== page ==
By Rebekah Sears
I’ve been thinking a lot about migration these days, especially forced migration: people having to leave home, mainly due to threats of violence and continuing conflict, but also due to environmental destruction caused by drought, floods, and mining and dam projects.
The sheer numbers of people who have been forced from their homes speaks to this global crisis. According to the United Nations High Commission for Refugees (UNHCR), by the end of 2013 over 51.2 million people (and another 5.5 million by mid-2014) have been forcefully displaced, including 16.7 million refugees and 33.3 million Internally Displaced People (IDPs).
As a policy office, we constantly follow government announcements and debates around Canada’s response: commitments to open our doors to thousands of refugees from Syria and Iraq; access to health care for refugees and refugee claimants; and Canada’s long history of private sponsorship.
As we attempt to address global migration trends, it is easy to get bogged down by statistics and constant policy debates. How can we keep from getting discouraged and overwhelmed or giving up?
For me, it comes down to the personal. In my own life I’ve been able to develop friendships with people from all over the world, many who have experienced terrible circumstances firsthand. We’ve shared struggles, stories and, yes, we’ve even shared our favourite recipes — all with a side of advocacy.
It sounds cliché to reduce cultural experiences and personal connections to food, as if trying new food is sufficient to understand others. However, food does have real power over our emotions and relationships. When we’re feeling homesick, we eat certain foods to feel more at home, or — just the opposite — we like to try new foods to get a taste (pun intended) of new places.
But it’s not the food itself that helps us make personal connections. Instead, it’s the moments of time spent with friends or meeting new people, where they have told me their stories, while teaching me how to make favourite dishes from home. Through cooking and eating together, friendships grow, and so has my own dedication to advocacy.
While in Colombia with MCC I developed friendships with several families that had been displaced by violent conflict in their home regions, some remaining under threat even in the capital city. In one particular friend’s story, a group of paramilitaries killed her brother in their home village on Colombia’s Atlantic Coast and, after reporting this crime, the group turned on her family, pursuing them all over the country. My friend and her family found refuge within the Mennonite Church in Bogota and were well supported there before eventually being resettled to Canada.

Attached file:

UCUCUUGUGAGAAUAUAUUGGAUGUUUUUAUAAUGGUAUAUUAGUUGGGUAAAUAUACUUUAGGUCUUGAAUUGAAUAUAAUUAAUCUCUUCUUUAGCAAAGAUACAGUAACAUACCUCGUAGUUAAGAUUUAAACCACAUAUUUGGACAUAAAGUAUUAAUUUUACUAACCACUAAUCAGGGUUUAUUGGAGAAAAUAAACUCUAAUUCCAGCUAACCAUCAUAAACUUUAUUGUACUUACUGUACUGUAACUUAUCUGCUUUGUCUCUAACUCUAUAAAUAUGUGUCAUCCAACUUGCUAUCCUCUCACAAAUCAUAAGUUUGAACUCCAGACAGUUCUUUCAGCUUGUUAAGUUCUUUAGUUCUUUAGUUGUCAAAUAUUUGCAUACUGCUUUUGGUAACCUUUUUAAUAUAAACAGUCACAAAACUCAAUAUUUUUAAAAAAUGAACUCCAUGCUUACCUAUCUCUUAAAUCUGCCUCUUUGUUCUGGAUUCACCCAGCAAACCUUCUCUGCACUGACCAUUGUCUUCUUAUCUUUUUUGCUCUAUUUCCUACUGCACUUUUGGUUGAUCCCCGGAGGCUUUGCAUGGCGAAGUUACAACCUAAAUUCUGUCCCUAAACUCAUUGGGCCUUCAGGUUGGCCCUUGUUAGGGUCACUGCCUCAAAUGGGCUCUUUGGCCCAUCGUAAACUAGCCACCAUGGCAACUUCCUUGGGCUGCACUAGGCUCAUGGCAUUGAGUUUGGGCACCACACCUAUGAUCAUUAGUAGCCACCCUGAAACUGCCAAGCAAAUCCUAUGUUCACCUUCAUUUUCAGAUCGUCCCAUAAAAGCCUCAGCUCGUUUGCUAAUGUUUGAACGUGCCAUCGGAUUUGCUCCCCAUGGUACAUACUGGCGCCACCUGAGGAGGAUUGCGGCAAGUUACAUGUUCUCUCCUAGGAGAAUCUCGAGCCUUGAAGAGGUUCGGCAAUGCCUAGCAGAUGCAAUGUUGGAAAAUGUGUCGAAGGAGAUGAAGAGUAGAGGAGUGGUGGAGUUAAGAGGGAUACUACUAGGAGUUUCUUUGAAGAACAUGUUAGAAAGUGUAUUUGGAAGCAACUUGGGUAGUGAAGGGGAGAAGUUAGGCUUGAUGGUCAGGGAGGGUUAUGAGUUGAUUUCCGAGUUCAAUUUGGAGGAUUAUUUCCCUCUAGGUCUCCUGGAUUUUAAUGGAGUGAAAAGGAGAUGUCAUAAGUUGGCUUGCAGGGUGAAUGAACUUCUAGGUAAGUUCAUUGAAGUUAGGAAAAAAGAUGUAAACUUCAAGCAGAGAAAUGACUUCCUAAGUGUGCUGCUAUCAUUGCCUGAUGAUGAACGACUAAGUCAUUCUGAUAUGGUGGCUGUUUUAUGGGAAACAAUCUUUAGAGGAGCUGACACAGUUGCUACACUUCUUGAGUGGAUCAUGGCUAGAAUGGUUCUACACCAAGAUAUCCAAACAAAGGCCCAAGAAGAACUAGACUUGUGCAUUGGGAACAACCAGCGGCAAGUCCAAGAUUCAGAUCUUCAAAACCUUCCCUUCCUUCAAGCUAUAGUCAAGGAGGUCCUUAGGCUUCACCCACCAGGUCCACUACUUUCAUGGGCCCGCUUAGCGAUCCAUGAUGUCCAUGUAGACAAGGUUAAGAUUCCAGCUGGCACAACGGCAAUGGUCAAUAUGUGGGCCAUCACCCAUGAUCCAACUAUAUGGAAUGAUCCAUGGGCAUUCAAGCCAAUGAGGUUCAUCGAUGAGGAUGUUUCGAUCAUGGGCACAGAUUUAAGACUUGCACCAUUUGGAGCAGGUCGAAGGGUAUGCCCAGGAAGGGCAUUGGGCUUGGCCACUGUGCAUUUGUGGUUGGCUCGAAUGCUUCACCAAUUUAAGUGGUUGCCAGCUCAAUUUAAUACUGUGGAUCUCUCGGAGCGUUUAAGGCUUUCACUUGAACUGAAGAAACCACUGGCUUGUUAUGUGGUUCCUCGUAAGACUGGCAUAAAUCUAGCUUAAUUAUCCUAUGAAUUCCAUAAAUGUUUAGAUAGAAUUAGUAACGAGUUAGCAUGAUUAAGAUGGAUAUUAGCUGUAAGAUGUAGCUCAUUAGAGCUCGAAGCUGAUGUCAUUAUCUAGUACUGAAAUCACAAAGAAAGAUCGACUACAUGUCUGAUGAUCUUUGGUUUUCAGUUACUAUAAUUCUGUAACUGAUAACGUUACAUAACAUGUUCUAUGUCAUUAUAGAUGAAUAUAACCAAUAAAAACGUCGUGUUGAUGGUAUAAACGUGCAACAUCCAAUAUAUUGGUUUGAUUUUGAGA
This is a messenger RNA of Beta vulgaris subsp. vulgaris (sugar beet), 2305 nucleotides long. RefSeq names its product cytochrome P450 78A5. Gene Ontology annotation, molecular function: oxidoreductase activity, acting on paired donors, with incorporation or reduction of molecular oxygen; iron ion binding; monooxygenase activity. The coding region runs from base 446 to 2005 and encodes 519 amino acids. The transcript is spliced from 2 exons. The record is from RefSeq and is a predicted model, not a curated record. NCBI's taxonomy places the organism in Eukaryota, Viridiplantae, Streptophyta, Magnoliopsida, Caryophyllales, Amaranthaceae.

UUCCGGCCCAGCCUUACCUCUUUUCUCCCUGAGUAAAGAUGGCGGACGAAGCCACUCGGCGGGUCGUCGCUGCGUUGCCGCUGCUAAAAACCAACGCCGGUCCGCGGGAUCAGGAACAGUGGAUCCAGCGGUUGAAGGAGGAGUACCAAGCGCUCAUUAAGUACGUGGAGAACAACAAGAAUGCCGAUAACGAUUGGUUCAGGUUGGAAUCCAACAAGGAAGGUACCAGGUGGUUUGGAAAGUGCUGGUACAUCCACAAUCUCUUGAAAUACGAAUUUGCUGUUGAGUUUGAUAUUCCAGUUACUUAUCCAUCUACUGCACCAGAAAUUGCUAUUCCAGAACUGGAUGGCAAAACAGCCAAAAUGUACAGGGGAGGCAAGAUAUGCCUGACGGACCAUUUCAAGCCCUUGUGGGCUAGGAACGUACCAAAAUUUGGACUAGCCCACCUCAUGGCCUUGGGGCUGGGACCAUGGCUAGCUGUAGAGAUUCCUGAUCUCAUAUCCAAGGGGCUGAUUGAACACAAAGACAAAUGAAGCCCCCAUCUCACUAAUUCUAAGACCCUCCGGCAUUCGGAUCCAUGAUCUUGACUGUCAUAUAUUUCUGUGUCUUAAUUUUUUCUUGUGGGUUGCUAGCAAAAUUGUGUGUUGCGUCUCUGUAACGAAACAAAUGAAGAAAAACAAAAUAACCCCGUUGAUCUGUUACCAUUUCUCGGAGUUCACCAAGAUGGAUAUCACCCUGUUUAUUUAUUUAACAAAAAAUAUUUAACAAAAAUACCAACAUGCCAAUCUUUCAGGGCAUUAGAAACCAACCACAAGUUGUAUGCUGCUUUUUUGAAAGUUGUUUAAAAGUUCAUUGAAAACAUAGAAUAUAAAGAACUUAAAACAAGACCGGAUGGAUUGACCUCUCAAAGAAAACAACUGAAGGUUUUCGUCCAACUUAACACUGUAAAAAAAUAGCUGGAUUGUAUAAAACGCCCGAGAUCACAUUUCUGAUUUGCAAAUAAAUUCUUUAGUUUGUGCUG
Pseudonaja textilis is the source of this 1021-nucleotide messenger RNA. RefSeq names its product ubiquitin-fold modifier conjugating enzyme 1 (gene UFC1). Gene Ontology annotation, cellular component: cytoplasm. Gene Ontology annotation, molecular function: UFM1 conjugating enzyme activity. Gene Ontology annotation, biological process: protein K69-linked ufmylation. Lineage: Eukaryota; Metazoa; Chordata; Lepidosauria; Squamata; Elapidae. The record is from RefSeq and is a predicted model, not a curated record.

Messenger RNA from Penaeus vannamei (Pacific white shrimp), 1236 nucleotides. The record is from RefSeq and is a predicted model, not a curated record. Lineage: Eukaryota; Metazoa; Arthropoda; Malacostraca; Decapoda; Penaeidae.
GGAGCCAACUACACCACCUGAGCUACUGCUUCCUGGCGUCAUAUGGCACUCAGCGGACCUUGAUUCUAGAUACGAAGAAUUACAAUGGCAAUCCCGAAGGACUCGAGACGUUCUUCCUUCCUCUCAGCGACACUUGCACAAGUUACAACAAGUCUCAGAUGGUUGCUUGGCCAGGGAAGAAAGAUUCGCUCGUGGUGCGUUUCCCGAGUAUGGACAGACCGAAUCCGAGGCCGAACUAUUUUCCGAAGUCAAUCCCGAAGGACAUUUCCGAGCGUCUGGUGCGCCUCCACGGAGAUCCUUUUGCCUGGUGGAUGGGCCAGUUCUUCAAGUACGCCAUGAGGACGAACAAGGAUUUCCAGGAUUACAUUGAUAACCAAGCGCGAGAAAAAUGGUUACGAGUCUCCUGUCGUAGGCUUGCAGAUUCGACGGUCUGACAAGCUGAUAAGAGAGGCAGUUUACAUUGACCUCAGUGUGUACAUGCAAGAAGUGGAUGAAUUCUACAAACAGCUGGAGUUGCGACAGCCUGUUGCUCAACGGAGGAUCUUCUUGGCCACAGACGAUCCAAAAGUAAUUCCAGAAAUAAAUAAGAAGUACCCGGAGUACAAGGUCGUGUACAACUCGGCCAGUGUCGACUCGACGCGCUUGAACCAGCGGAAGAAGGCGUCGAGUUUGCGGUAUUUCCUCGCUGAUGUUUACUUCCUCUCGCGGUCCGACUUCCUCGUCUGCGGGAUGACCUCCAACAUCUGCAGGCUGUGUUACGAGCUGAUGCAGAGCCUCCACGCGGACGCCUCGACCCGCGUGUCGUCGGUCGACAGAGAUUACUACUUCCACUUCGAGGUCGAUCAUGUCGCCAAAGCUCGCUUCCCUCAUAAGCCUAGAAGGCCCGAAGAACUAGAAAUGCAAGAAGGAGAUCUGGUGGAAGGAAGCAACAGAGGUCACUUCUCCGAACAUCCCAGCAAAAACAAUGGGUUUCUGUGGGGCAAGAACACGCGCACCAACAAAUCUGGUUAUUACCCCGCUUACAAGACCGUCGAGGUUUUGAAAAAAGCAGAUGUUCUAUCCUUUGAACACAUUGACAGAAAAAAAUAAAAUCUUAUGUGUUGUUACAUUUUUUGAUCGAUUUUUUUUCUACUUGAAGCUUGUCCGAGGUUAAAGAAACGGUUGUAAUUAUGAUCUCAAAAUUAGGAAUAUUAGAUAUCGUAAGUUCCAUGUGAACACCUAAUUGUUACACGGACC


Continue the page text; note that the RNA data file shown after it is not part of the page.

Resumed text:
I became close to them through my church and we shared many moments, sometimes talking about politics and their story, other times about her home region and life in general. One afternoon, before leaving for Canada, my friend, her husband and three girls came over to my house to teach me how to make typical Coastal dishes: coconut rice, fried plantains, and lemonade made with raw sugar cane. This experience is one of my fondest memories of my sojourn in Colombia: hearing my friend talk about her life on the Coast and her proud Costeña identity. We grew closer in the process.
Another memory comes from Ottawa. While at a recent event on Israel/Palestine, I won a door prize: a free cooking lesson from a Palestinian Canadian. Sitting in her living room looking at maps and pictures, and later chopping onions and smelling the spices in what some have dubbed the national dish of Palestine — Maqlubah — we learned the story of her long journey from Palestine to Canada.
Adeba (not her real name) was only five at the time, but she still vividly remembers the sound of helicopters flying low to the ground as her family was forced from their home in Jaffa in 1948. The family moved from Jaffa to Gaza, Egypt, Iraq, Kuwait and eventually Canada in 1997. Adeba clearly will never stop talking about and advocating on behalf of her homeland of Palestine. It was an honour for me and my companions to hear her story and get a small taste of her beloved homeland.
These stories, among others, offer messages of hope, but also challenge us to continue our work; whether that is addressing root causes of migration, supporting initiatives that allow people to remain in their homelands; or welcoming newcomers into our communities, and learning about their lives through sharing time, stories and, yes, food.
We encourage you to get involved with these and other issues within your own communities or through taking advantage of any MCC opportunities. For example, every May, MCC in Alberta and Saskatchewan offer a three-week learning tour opportunity for Canadian university students called Uprooted which examines the issue of migration while visiting partners and projects in Mexico (both the northern and southern borders). This learning tour allows young adult Canadians to meet with and discover first-hand the issue of migration within the Americas and how it impacts the lives of tens of thousands of people every year.
By Rebekah Sears, policy analyst for MCC’s Ottawa Office.